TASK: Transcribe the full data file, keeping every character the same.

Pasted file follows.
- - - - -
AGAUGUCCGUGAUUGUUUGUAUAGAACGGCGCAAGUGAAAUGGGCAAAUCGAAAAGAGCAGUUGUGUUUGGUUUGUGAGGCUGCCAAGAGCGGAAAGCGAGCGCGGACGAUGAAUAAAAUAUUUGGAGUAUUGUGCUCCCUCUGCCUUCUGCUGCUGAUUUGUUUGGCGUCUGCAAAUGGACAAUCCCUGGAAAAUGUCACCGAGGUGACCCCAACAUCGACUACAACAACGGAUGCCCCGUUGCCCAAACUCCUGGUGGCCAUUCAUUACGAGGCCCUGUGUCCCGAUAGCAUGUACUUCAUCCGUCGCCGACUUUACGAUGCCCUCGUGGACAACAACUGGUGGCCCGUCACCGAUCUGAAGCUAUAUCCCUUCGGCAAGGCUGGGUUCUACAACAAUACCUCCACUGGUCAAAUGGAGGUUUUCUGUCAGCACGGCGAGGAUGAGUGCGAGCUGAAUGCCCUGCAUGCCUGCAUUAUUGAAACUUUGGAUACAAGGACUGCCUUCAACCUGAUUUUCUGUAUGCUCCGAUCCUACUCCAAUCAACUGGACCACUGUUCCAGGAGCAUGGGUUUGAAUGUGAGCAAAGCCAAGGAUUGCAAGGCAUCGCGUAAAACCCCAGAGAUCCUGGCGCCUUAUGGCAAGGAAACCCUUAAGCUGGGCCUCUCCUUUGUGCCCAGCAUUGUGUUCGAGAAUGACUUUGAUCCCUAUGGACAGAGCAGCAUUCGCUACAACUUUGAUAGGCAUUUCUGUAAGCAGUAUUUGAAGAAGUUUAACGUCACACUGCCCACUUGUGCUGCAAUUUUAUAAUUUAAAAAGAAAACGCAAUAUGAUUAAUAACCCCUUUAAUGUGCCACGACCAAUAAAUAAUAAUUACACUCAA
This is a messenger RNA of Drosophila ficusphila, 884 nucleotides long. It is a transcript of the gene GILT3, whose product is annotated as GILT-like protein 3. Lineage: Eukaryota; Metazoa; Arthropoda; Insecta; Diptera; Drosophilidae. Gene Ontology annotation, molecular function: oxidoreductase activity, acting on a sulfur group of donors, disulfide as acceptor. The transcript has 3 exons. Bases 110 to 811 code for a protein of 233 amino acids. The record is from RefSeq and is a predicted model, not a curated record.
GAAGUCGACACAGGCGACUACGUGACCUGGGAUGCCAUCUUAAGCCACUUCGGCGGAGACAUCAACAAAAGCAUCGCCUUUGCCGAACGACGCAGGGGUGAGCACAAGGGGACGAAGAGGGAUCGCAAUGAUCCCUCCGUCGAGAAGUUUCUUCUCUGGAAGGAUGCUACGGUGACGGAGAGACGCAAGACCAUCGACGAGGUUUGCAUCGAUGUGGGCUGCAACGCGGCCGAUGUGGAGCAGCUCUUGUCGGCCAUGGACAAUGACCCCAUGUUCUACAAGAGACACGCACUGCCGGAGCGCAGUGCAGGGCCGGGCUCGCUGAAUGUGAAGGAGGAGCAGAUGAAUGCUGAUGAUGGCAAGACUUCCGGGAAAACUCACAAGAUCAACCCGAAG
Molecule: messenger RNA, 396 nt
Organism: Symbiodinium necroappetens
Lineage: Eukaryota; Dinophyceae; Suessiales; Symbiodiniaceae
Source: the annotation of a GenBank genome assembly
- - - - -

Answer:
AGAUGUCCGUGAUUGUUUGUAUAGAACGGCGCAAGUGAAAUGGGCAAAUCGAAAAGAGCAGUUGUGUUUGGUUUGUGAGGCUGCCAAGAGCGGAAAGCGAGCGCGGACGAUGAAUAAAAUAUUUGGAGUAUUGUGCUCCCUCUGCCUUCUGCUGCUGAUUUGUUUGGCGUCUGCAAAUGGACAAUCCCUGGAAAAUGUCACCGAGGUGACCCCAACAUCGACUACAACAACGGAUGCCCCGUUGCCCAAACUCCUGGUGGCCAUUCAUUACGAGGCCCUGUGUCCCGAUAGCAUGUACUUCAUCCGUCGCCGACUUUACGAUGCCCUCGUGGACAACAACUGGUGGCCCGUCACCGAUCUGAAGCUAUAUCCCUUCGGCAAGGCUGGGUUCUACAACAAUACCUCCACUGGUCAAAUGGAGGUUUUCUGUCAGCACGGCGAGGAUGAGUGCGAGCUGAAUGCCCUGCAUGCCUGCAUUAUUGAAACUUUGGAUACAAGGACUGCCUUCAACCUGAUUUUCUGUAUGCUCCGAUCCUACUCCAAUCAACUGGACCACUGUUCCAGGAGCAUGGGUUUGAAUGUGAGCAAAGCCAAGGAUUGCAAGGCAUCGCGUAAAACCCCAGAGAUCCUGGCGCCUUAUGGCAAGGAAACCCUUAAGCUGGGCCUCUCCUUUGUGCCCAGCAUUGUGUUCGAGAAUGACUUUGAUCCCUAUGGACAGAGCAGCAUUCGCUACAACUUUGAUAGGCAUUUCUGUAAGCAGUAUUUGAAGAAGUUUAACGUCACACUGCCCACUUGUGCUGCAAUUUUAUAAUUUAAAAAGAAAACGCAAUAUGAUUAAUAACCCCUUUAAUGUGCCACGACCAAUAAAUAAUAAUUACACUCAA
This is a messenger RNA of Drosophila ficusphila, 884 nucleotides long. It is a transcript of the gene GILT3, whose product is annotated as GILT-like protein 3. Lineage: Eukaryota; Metazoa; Arthropoda; Insecta; Diptera; Drosophilidae. Gene Ontology annotation, molecular function: oxidoreductase activity, acting on a sulfur group of donors, disulfide as acceptor. The transcript has 3 exons. Bases 110 to 811 code for a protein of 233 amino acids. The record is from RefSeq and is a predicted model, not a curated record.
GAAGUCGACACAGGCGACUACGUGACCUGGGAUGCCAUCUUAAGCCACUUCGGCGGAGACAUCAACAAAAGCAUCGCCUUUGCCGAACGACGCAGGGGUGAGCACAAGGGGACGAAGAGGGAUCGCAAUGAUCCCUCCGUCGAGAAGUUUCUUCUCUGGAAGGAUGCUACGGUGACGGAGAGACGCAAGACCAUCGACGAGGUUUGCAUCGAUGUGGGCUGCAACGCGGCCGAUGUGGAGCAGCUCUUGUCGGCCAUGGACAAUGACCCCAUGUUCUACAAGAGACACGCACUGCCGGAGCGCAGUGCAGGGCCGGGCUCGCUGAAUGUGAAGGAGGAGCAGAUGAAUGCUGAUGAUGGCAAGACUUCCGGGAAAACUCACAAGAUCAACCCGAAG
Molecule: messenger RNA, 396 nt
Organism: Symbiodinium necroappetens
Lineage: Eukaryota; Dinophyceae; Suessiales; Symbiodiniaceae
Source: the annotation of a GenBank genome assembly